Trump Failed The Pandemic Test That Ron DeSantis Won
And that could make all the difference
Donald Trump has been dinged by some of his supporters for being the biggest vaccine advocate in the world — supporting them, and the success of Operation Warp Speed, to the nth degree.
But there’s an obvious reason that he’s doing this: it’s the only aspect of his Covid policies that actually worked.
Most of his approach was a disaster.
Urged on by Tucker Carlson and others, he went along with shutting down the country and the “15 days to slow the spread” approach, endorsed repeatedly by a White House unwilling or incapable of taking on the bureaucracy that led us into a maelstrom of terrible policy which destroyed the education of American children, the small businesses their parents owned, and ultimately paved the way for Joe Biden’s presidency.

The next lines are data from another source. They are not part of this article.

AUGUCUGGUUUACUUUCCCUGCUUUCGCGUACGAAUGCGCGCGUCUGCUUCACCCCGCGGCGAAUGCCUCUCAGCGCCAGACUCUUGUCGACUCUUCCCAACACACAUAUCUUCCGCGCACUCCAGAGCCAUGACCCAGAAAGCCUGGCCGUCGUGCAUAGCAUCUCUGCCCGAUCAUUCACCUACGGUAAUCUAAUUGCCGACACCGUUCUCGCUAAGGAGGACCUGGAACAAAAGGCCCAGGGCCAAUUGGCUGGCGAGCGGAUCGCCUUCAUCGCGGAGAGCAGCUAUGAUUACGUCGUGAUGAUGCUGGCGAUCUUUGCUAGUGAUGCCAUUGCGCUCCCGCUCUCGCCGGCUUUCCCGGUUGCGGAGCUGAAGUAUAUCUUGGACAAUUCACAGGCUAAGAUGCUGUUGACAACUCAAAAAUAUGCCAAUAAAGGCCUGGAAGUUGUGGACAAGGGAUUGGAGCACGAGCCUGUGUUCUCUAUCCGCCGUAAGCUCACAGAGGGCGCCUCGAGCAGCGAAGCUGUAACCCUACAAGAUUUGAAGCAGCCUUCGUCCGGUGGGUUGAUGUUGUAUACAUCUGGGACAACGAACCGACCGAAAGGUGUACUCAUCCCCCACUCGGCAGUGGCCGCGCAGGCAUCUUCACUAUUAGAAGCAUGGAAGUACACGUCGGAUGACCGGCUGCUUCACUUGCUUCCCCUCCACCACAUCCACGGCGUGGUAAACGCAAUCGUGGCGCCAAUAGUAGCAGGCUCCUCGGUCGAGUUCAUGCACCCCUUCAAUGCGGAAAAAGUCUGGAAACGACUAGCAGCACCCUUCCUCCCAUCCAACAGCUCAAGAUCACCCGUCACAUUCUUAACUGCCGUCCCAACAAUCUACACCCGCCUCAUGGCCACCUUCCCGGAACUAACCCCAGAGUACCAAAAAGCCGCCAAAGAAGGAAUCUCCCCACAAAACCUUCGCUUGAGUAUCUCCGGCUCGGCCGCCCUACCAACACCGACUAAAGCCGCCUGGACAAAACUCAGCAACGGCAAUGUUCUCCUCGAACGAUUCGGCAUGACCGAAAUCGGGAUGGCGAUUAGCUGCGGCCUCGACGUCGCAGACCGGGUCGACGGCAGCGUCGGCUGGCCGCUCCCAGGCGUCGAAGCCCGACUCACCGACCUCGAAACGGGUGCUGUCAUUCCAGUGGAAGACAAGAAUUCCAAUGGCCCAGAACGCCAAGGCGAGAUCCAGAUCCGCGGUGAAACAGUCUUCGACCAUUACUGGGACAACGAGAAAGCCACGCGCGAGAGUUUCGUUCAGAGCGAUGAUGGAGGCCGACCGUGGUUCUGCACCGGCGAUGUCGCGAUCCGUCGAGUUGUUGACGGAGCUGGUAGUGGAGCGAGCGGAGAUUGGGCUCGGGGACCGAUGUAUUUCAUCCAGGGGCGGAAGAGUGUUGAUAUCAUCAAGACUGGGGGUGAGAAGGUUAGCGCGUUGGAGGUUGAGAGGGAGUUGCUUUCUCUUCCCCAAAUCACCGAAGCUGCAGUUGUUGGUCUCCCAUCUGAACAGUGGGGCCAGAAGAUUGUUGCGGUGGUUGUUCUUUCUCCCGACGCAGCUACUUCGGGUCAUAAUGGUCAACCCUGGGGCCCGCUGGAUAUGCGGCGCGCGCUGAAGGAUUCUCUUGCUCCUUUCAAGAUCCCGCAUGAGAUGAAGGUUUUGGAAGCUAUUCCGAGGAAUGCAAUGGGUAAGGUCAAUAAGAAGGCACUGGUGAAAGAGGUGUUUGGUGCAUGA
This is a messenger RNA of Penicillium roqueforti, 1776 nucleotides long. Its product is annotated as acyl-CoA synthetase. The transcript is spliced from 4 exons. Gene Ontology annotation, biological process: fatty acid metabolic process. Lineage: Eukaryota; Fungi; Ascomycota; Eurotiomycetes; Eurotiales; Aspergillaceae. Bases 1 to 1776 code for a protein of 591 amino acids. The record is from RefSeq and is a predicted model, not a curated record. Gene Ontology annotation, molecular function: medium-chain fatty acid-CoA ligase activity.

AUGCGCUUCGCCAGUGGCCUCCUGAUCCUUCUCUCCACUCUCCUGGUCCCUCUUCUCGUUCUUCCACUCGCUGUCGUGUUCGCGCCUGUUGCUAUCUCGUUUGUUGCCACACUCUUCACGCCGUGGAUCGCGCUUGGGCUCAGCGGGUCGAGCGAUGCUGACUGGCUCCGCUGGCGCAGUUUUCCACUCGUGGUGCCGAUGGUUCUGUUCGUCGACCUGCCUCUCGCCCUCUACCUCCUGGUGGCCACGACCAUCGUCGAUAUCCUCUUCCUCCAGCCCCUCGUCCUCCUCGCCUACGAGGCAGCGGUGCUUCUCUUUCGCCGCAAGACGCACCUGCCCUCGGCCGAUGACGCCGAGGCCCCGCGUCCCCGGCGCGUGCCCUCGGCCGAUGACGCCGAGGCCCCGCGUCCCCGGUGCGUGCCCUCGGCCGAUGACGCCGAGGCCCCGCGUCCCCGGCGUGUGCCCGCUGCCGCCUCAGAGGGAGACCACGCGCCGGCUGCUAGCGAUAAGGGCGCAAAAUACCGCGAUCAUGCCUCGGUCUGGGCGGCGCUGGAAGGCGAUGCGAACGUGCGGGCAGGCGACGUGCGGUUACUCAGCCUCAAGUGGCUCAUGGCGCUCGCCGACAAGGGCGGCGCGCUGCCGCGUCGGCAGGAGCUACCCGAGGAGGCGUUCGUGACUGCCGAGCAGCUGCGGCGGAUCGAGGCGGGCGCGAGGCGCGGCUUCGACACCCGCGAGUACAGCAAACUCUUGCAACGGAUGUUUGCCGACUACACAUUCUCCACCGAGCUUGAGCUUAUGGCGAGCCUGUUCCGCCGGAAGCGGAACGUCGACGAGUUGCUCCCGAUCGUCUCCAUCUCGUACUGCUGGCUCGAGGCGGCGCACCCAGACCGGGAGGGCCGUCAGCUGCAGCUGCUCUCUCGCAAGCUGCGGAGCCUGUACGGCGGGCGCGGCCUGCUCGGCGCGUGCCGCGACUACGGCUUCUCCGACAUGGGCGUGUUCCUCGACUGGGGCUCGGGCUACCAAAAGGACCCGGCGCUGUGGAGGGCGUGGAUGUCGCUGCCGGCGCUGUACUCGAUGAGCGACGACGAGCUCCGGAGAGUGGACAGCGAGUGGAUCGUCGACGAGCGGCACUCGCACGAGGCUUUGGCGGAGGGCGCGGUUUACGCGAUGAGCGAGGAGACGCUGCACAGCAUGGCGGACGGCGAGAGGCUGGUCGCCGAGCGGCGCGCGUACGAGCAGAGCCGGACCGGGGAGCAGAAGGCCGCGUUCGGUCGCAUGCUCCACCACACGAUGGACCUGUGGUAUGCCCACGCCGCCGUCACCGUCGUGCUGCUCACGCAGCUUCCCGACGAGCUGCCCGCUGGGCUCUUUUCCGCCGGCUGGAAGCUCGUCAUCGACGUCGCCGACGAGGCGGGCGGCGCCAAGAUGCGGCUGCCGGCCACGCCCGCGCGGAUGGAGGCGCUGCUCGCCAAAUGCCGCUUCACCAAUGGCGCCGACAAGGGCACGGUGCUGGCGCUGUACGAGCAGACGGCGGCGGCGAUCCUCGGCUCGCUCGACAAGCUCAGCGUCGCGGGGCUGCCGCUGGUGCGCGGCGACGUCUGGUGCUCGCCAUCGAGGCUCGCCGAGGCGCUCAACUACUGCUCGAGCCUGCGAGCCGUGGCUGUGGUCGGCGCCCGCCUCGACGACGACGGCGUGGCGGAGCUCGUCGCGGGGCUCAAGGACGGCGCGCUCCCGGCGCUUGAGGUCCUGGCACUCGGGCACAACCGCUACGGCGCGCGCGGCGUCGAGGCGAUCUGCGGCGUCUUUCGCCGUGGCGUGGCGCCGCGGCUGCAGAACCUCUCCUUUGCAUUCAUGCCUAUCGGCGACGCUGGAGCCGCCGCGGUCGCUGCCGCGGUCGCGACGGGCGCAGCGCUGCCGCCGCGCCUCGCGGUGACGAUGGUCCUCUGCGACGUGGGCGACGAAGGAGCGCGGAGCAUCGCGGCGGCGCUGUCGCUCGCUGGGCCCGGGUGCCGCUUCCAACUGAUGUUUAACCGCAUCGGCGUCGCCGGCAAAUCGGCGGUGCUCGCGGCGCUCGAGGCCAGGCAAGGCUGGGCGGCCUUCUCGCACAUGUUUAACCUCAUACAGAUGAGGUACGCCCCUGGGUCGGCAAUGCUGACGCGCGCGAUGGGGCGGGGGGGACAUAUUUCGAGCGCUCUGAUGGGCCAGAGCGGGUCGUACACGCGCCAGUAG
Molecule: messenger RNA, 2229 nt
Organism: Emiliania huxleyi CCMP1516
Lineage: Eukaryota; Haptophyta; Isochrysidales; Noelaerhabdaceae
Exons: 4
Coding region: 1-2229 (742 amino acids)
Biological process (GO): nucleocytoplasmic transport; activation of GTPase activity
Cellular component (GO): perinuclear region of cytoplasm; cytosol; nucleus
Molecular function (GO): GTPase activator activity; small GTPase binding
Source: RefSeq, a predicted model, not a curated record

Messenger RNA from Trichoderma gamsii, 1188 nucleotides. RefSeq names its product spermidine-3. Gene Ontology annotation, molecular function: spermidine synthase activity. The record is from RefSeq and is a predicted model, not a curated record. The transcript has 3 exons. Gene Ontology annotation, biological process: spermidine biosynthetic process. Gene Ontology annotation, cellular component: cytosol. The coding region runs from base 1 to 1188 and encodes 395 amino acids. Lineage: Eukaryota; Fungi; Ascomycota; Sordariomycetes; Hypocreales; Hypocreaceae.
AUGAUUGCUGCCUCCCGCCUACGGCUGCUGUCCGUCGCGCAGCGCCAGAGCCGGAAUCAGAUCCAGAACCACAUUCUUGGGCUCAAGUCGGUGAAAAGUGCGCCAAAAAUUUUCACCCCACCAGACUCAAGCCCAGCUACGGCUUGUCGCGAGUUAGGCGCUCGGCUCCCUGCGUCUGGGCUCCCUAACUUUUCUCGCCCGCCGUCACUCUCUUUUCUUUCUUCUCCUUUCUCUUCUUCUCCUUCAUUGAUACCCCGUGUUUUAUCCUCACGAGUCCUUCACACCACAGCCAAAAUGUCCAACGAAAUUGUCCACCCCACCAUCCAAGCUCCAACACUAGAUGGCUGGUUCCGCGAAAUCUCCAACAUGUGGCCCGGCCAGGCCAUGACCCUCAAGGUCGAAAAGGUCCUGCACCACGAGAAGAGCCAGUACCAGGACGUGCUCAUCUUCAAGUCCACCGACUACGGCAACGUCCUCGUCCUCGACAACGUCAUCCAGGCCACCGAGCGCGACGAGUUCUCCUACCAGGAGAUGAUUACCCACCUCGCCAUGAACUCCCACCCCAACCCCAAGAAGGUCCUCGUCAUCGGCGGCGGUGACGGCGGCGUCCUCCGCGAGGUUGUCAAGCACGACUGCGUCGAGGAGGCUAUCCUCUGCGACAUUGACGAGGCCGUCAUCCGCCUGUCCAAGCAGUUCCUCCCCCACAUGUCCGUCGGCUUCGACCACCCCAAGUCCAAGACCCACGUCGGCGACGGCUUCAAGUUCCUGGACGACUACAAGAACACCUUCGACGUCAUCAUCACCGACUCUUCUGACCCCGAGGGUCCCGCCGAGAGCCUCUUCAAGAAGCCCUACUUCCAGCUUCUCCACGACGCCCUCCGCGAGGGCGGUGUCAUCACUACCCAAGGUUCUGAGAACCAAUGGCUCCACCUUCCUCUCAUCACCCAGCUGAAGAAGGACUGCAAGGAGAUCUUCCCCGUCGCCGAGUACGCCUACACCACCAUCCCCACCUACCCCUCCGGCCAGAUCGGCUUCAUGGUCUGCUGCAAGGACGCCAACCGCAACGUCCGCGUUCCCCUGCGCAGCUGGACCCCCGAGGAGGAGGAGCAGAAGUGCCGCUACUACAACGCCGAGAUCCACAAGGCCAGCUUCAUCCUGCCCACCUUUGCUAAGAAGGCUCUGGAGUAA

Donald Trump’s Covid policy was terrible, there is no defense of it, there is no one serious who can defend it, he caved to every terrible bureaucrat in the building.
In all likelihood, Donald Trump will soon announce his re-entry into the presidential stakes — a decision that, with the exception of Grover Cleveland and Teddy Roosevelt, is largely unique to American history. In so doing, he plans to build on the success he had in office, the Supreme Court’s decisions on abortion and other matters, and the Biden administration’s mistreatment of the economy, the border and the culture.
But one thing that will absolutely prove to be problematic for Trump when it comes to a primary — which he will absolutely have, given the machinations of multiple politicians who take issue with his approach or who will seek to supplant him — is a defense of his own performance in the last year of his presidency, facing a global pandemic.